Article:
University of Central Lancashire


Fountain Pen Calamity 2

This morning, when I went to the lecture theatre to give a class for my second year undergraduate students, I made an unusual discovery.

Someone forgot two vintage gold-nibbed fountain pens on the computer station. Shock!

Well, one of the fountain pens is not in such a good state, but it is still a gold-nibbed fountain pen. The other pen seems to be in great shape for its age.

I took them to my office, have checked the timetabling system and have emailed all staff who used the room in the last week in the hope that these treasures can be reunited iwth their rightful owner.

I had had lost my fountain pens I would be devastated, so I hope the owner can be found soon.


Visiting an Arabic Calligraphy Workshop 4

A few weeks ago I went to a calligraphy workshop. My first ever. I found out about it when one of my students, who knows I like stationery, told me that a calligraphy workshop will be held on the premises of my employer (a university).

The student told me that the workshop was organised by the students’ Islamic Society, so I assumed it would be Arabic calligraphy, but wasn’t sure and couldn’t find out more online.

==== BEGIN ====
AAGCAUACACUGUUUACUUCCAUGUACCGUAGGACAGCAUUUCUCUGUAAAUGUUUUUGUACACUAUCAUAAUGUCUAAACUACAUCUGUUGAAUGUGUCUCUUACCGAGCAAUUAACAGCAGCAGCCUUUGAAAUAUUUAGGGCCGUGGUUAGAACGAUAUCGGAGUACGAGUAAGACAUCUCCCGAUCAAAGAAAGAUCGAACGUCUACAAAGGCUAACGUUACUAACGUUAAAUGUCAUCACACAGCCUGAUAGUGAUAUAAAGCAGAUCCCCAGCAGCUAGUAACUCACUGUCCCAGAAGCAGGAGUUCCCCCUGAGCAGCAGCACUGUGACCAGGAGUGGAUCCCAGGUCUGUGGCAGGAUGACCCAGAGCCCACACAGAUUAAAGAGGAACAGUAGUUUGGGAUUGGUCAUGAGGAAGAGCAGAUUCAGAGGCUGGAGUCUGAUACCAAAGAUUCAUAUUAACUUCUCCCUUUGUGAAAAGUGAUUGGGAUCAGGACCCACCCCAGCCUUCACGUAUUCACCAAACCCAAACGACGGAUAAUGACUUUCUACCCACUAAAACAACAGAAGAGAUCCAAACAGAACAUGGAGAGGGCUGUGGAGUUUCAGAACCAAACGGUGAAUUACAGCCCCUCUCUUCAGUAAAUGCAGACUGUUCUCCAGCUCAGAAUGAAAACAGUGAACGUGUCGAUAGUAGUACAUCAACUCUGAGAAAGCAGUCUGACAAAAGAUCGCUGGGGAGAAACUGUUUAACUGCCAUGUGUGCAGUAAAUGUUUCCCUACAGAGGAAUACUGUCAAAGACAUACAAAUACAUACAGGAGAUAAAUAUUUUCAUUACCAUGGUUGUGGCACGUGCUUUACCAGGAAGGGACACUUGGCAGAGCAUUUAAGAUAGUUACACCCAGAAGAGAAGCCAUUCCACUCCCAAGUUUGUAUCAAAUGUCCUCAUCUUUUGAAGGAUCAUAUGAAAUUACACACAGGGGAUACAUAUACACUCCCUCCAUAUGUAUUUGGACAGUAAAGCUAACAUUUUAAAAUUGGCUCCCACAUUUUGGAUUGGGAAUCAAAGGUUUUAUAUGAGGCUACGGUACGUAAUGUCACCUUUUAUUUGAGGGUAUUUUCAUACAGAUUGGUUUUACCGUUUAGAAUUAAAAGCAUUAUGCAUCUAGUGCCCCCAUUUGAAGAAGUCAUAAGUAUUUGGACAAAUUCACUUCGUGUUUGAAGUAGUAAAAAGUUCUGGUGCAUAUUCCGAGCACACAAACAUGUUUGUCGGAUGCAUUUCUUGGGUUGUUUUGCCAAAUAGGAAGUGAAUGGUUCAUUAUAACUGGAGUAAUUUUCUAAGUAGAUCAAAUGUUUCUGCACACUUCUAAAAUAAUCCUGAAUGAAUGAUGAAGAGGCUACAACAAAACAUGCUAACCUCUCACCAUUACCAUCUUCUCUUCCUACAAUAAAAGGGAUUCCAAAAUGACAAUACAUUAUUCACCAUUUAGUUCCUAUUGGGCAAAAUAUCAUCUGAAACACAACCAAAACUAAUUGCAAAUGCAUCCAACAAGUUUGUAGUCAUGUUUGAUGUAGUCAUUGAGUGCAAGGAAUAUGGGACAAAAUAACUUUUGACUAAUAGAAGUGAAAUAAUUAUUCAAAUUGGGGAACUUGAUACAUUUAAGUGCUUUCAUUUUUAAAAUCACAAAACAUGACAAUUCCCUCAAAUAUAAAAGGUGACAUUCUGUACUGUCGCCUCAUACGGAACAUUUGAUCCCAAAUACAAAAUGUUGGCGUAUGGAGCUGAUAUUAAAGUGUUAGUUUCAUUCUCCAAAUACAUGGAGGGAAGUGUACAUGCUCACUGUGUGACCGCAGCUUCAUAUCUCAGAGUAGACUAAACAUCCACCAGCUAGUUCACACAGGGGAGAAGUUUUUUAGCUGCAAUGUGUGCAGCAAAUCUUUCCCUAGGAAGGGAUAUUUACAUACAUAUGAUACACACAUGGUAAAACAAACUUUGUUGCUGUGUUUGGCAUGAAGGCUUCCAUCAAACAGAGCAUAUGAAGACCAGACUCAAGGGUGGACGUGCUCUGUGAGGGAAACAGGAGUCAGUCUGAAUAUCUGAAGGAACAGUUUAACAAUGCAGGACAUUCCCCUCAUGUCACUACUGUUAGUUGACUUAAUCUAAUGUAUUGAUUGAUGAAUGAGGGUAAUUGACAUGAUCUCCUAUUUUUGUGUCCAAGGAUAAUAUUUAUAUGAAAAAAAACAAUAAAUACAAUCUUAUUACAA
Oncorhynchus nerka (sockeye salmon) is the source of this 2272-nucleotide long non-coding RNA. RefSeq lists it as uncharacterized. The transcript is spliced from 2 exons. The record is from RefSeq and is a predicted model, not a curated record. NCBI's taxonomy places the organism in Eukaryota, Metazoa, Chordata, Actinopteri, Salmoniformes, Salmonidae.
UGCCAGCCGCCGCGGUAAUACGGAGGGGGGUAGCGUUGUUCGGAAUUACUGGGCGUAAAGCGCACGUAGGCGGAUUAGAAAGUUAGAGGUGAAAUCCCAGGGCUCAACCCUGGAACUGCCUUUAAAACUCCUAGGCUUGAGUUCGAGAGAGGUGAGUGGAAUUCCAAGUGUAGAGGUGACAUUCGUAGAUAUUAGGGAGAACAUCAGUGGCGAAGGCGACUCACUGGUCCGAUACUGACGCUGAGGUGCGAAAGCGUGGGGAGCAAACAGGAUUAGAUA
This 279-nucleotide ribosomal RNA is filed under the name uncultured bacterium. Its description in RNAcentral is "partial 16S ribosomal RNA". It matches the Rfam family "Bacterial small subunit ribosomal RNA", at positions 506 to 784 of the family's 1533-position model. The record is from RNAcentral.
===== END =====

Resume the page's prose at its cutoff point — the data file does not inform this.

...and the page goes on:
Well, I went there and it was Arabic calligraphy after all. As I don’t know anything about Arabic script I thought this would be an opportunity to learn more about it. When I asked I was told that the workshop is suitable for someone who doesn’t know Arabic.

I paid my £3 fee, but it all turned out a bit different than expected. I expected to use tools somehow similar to a dip pen and parchment, but instead, we wrote with colour markers on easel pads. I am still not sure how Arabic calligraphy works. Someone wrote with a board marker on a white board and we copied that sentence again and again. The idea was that you vary the look of the letters (if that’s the right word, are they called letters?) to look good ..but as I don’t even know how the letters are supposed to look like I wasn’t sure how they can be changed or varied while still staying recognisable to someone who can read Arabic.

No idea whether this looks good or not.

It was an interesting experience, but it would be nice to make these events more inclusive by making them less of a ‘you copy down what’s on the board’ exercise and giving some explanations about the writing system.

I wonder whether there’ll also be Western calligraphy workshops in the future.